A picture of a vintage typewriter

Everyone has a story to tell; each one of us writes poetry – some, without even realising. That stream of consciousness that runs in our veins? It’s poetry waiting to be written. We believe in the power of words, and that power is what urged us set up PoetsIN.

It’s because of those inner streams, that we bring you this regular interview feature, Writer Profiles. An interview with a writer. This week it’s the most awesome Jim Lamb.

Sit back, grab yourself a cortado, and feast your eyes on this week’s writer profile.

A picture of the interviewee

The lovely Jim Lamb


What is your relationship with words and how has that evolved?

When I was grade-school young, I loved poems and history. Words opened windows and doors into the lives and thoughts of others. It was exhilarating. On the negative side, I thought words represented reality. That created a kind of schizophrenia within my mind/heart: Words made sense; people did not. Soon I preferred books over people. That was a mixed blessing.


How long have you been writing, what is your favourite style of writing and why?

As a teenager in the early 1960s, I wrote songs and played bass. Loved it. That mix of poetry and music seemed the best of all possible creative outlets. At this stage of my life (I’m 71) writing poetry is both comforting and rewarding—though I am also penning a novel on the side. (Must stay busy. Busy, busy, busy.)


A close up of a bass guitar

Jim played the bass


Many of us within this group have experienced times where writing has helped us overcome times of pain, describe the first time you realised the true of power of words.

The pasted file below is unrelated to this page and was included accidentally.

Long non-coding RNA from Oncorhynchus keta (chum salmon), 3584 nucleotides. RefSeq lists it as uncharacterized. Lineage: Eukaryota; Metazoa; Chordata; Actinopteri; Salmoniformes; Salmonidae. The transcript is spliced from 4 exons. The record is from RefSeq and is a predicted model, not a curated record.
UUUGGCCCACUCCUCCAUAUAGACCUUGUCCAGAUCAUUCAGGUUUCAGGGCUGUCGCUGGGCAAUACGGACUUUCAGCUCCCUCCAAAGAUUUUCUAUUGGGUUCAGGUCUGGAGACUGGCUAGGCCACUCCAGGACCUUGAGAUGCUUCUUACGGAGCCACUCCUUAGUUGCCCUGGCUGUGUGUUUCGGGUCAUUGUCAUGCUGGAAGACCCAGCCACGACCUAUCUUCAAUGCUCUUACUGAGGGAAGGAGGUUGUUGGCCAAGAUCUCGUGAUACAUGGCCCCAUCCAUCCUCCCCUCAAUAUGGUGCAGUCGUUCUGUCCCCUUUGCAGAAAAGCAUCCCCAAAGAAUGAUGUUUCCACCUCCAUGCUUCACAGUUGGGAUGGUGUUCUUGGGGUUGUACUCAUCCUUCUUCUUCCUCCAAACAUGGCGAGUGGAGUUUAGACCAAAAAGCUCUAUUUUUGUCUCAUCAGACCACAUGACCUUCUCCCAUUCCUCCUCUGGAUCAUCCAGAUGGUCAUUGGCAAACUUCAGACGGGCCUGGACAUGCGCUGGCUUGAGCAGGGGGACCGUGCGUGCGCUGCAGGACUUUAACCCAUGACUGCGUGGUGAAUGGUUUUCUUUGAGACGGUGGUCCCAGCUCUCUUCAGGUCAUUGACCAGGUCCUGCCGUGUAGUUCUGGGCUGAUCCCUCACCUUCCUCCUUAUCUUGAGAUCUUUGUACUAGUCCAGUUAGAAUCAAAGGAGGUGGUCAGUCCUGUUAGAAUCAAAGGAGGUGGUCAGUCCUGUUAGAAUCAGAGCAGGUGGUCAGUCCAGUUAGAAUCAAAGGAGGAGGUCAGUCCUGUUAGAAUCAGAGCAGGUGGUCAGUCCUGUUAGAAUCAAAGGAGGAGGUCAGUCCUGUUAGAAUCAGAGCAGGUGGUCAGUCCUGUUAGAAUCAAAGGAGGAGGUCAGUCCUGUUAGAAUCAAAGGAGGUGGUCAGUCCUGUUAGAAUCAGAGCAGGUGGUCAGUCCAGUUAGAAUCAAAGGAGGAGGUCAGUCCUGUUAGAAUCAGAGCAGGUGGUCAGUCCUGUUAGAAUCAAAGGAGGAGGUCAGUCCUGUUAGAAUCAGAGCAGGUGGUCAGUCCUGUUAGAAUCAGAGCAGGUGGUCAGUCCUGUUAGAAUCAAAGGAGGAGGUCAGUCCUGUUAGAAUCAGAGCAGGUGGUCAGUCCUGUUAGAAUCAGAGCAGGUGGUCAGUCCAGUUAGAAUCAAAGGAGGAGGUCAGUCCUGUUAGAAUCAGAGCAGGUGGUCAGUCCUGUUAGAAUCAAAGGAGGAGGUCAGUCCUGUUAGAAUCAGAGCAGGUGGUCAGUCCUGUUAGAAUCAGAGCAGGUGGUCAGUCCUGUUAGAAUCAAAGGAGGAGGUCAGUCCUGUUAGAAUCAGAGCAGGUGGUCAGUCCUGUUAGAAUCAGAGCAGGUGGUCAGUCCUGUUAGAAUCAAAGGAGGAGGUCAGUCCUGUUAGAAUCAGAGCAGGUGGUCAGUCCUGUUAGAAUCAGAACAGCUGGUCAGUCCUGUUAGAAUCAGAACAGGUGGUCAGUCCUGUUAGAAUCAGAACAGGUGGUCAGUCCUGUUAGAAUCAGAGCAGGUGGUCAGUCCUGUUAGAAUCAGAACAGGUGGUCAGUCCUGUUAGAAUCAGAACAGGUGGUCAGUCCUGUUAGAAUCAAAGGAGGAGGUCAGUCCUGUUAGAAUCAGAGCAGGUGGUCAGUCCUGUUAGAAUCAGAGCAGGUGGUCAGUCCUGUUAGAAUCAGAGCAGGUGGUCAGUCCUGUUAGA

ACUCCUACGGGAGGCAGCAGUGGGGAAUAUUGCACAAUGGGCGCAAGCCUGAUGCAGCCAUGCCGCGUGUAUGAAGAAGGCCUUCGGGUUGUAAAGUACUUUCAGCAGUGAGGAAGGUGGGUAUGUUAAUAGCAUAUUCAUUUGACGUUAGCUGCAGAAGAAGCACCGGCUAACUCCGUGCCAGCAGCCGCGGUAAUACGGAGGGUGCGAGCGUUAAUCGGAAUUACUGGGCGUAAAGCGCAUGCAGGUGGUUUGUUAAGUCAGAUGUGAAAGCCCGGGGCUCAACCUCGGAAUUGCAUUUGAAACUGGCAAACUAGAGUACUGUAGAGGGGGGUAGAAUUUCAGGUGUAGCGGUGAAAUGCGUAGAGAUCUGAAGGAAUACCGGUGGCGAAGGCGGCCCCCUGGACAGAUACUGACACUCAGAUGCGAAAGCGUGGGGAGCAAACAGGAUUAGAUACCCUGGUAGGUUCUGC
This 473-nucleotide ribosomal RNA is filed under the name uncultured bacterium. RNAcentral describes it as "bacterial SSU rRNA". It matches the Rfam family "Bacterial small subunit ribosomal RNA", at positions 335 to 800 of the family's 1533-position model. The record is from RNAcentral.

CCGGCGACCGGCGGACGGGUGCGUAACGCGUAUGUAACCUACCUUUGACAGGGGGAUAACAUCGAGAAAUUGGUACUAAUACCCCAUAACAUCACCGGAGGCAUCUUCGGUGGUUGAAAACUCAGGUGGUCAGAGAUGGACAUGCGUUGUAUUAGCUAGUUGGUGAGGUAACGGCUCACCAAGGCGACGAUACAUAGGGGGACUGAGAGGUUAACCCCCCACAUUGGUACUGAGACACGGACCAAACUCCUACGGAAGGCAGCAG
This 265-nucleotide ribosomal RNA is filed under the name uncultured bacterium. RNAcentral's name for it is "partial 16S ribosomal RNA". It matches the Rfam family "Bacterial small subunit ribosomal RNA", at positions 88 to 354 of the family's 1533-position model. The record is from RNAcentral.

Reading was escapism for me—a safe place. Writing enabled me to leave the cave and still feel safe. It was a way to step outside my insecurities and soak in life as an observer. (This served me well later in life when I became a reporter.)


Many writers love to read. What is your favourite book and why?

I love reading books by the late James Michener. Why? Because he combined history and fiction in a seamless way. Several of his books I’ve read twice, including “Hawaii” and “Chesapeake.” Other Michener books I’ve enjoyed include “Space,” Caravan,” “Mexico,” and “Centennial.”


Sum up yourself in a haiku or micropoem.

Wandering dreamer,

Lost in a morning fog,

Kissing the mist, lightly.


We all have moments where we truly connect with words we read. What quote inspires you the most. Why?

“Life has many ways of testing a person’s will, either by having nothing happen at all or by having everything happen all at once.” — Paulo Coelho . . . Oddly, when things are quiet, I miss “crazy”; when things are “crazy,” I miss the quiet.


Describe your writing process.

Research, then write. Don’t go chasing the ghosts of butterflies. It’s a fool’s journey. Do you want to write about love? Gather quotes about love. Poems. Songs. Immerse yourself in love literature. Then add your own deeply personal thoughts, feelings, insight.

A picture of a book cover for Orange Socks

Orange Socks – by Jim


Writer’s block, real or a myth?

Myth. I worked as a reporter. Had to write a story almost every day. Sometimes two or three. (No stories; no job.) Writer’s block seems real if you’re trying to pull something out of nothing. Never start with nothing. Be like the cook who gets unexpected visitors for dinner: See what’s in the cupboard, fridge, and freezer. Figure out what might mix with what. Then cook up a meal.


What is your favourite word?

Sorry. Gotta give you two: “What if?” That little phrase has gotten me out of trouble many times as a writer.


A picture of a skull with the words what if?

What if?


Finish this sentence… Words are the epitome . . . of a writer’s ability to create worlds and explore the unknown—inside and out.

You can read up on more by and about Jim on his site www.jslstories.com

If you are a writer and like what we do at PoetsIN, then get in to touch to talk to us about being interviewed yourself.


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